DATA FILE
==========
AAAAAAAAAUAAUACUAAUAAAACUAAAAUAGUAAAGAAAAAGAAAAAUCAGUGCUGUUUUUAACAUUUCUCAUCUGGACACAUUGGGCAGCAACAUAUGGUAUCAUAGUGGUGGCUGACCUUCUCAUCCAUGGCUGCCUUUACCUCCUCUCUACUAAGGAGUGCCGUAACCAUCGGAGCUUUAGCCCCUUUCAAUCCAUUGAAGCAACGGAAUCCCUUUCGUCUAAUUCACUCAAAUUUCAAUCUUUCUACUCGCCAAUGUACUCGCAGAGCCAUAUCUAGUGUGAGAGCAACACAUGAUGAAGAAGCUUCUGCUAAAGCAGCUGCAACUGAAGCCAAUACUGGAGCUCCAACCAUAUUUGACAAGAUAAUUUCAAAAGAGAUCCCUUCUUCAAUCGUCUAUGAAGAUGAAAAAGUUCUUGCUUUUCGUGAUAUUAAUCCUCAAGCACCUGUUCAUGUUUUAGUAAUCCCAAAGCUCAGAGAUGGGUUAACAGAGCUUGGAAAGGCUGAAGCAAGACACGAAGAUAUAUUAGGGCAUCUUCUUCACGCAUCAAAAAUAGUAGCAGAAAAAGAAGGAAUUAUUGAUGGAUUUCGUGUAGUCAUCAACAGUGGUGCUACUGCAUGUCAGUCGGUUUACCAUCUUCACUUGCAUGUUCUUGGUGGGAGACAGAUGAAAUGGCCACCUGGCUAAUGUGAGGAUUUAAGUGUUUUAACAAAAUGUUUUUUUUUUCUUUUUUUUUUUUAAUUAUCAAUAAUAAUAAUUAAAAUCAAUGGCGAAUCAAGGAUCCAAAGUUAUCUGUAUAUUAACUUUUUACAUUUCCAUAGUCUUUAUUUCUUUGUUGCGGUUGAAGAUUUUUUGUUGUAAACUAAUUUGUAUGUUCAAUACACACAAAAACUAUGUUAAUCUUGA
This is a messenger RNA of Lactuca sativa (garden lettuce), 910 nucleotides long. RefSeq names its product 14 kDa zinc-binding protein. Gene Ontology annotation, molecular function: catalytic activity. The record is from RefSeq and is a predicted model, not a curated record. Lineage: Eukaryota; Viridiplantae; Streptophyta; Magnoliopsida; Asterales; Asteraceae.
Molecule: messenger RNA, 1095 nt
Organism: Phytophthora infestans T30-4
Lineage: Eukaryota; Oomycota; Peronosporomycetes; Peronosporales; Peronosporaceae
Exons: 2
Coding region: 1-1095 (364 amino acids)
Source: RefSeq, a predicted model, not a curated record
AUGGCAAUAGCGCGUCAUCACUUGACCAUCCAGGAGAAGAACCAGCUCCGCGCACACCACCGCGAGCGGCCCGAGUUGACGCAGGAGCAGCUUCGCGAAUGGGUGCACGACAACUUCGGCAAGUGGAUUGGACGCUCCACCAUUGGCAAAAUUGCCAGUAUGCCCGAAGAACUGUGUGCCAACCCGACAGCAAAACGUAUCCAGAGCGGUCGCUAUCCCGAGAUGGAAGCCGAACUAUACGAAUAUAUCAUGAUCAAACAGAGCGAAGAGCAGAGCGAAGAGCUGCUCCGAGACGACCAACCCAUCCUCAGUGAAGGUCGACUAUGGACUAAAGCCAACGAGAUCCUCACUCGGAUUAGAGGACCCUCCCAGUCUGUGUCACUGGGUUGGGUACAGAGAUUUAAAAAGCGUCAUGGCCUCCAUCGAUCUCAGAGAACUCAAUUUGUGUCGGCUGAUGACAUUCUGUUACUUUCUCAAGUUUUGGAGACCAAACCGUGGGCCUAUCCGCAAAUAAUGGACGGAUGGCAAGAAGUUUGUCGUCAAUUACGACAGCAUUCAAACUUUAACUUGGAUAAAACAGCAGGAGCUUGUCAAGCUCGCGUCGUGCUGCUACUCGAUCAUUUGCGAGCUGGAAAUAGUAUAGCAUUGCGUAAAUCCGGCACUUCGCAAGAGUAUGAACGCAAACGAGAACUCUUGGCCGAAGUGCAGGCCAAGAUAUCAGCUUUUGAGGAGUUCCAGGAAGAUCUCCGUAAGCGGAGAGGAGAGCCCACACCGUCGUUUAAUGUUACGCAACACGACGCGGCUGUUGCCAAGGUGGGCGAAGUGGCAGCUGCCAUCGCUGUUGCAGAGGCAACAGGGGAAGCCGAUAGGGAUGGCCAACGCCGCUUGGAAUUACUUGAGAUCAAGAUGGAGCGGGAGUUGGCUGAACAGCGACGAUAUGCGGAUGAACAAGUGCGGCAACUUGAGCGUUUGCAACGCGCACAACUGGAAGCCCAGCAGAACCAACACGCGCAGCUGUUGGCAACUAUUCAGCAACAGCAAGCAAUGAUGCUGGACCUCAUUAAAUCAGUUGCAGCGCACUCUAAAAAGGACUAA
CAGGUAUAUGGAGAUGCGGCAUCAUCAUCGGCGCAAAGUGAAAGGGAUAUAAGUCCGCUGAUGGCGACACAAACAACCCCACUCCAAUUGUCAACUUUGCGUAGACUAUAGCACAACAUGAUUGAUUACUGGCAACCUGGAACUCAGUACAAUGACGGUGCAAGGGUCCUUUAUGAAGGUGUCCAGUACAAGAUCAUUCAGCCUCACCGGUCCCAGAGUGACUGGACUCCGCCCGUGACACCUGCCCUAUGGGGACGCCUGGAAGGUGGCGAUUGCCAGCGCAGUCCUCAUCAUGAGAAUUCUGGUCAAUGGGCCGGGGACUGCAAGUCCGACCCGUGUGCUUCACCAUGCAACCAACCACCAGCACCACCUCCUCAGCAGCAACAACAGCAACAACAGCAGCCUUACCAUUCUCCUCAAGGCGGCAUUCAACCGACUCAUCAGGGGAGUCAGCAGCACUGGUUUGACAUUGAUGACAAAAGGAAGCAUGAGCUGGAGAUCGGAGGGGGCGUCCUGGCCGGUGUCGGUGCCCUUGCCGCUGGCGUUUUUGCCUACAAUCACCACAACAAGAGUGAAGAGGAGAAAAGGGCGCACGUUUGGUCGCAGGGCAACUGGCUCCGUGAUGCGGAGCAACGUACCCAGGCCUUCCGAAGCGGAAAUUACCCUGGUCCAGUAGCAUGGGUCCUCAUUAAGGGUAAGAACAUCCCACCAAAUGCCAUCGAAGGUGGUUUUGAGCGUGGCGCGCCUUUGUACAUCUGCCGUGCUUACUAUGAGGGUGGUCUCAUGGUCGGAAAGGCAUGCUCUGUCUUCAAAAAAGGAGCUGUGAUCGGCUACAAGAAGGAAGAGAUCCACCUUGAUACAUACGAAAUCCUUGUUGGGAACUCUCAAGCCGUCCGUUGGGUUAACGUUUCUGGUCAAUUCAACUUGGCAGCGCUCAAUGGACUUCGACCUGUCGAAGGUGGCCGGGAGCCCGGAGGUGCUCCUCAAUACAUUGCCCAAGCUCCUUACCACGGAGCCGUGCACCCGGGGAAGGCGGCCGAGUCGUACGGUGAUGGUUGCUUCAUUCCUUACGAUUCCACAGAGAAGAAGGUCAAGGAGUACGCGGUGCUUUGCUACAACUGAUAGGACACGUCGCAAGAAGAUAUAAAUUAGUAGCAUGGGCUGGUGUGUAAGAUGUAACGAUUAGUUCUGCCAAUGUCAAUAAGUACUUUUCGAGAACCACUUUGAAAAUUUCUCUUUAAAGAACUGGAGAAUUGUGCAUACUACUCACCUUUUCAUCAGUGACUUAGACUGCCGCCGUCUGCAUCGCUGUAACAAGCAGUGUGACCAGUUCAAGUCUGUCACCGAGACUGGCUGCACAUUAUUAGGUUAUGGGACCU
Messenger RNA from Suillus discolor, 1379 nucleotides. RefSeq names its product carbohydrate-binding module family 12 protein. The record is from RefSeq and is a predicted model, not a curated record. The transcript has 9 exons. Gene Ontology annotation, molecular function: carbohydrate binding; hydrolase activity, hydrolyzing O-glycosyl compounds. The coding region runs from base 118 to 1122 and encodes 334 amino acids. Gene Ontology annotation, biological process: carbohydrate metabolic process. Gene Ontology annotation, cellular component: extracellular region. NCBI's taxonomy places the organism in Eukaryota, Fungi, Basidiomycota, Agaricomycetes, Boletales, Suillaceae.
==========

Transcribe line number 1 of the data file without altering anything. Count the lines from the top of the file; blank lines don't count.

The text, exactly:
AAAAAAAAAUAAUACUAAUAAAACUAAAAUAGUAAAGAAAAAGAAAAAUCAGUGCUGUUUUUAACAUUUCUCAUCUGGACACAUUGGGCAGCAACAUAUGGUAUCAUAGUGGUGGCUGACCUUCUCAUCCAUGGCUGCCUUUACCUCCUCUCUACUAAGGAGUGCCGUAACCAUCGGAGCUUUAGCCCCUUUCAAUCCAUUGAAGCAACGGAAUCCCUUUCGUCUAAUUCACUCAAAUUUCAAUCUUUCUACUCGCCAAUGUACUCGCAGAGCCAUAUCUAGUGUGAGAGCAACACAUGAUGAAGAAGCUUCUGCUAAAGCAGCUGCAACUGAAGCCAAUACUGGAGCUCCAACCAUAUUUGACAAGAUAAUUUCAAAAGAGAUCCCUUCUUCAAUCGUCUAUGAAGAUGAAAAAGUUCUUGCUUUUCGUGAUAUUAAUCCUCAAGCACCUGUUCAUGUUUUAGUAAUCCCAAAGCUCAGAGAUGGGUUAACAGAGCUUGGAAAGGCUGAAGCAAGACACGAAGAUAUAUUAGGGCAUCUUCUUCACGCAUCAAAAAUAGUAGCAGAAAAAGAAGGAAUUAUUGAUGGAUUUCGUGUAGUCAUCAACAGUGGUGCUACUGCAUGUCAGUCGGUUUACCAUCUUCACUUGCAUGUUCUUGGUGGGAGACAGAUGAAAUGGCCACCUGGCUAAUGUGAGGAUUUAAGUGUUUUAACAAAAUGUUUUUUUUUUCUUUUUUUUUUUUAAUUAUCAAUAAUAAUAAUUAAAAUCAAUGGCGAAUCAAGGAUCCAAAGUUAUCUGUAUAUUAACUUUUUACAUUUCCAUAGUCUUUAUUUCUUUGUUGCGGUUGAAGAUUUUUUGUUGUAAACUAAUUUGUAUGUUCAAUACACACAAAAACUAUGUUAAUCUUGA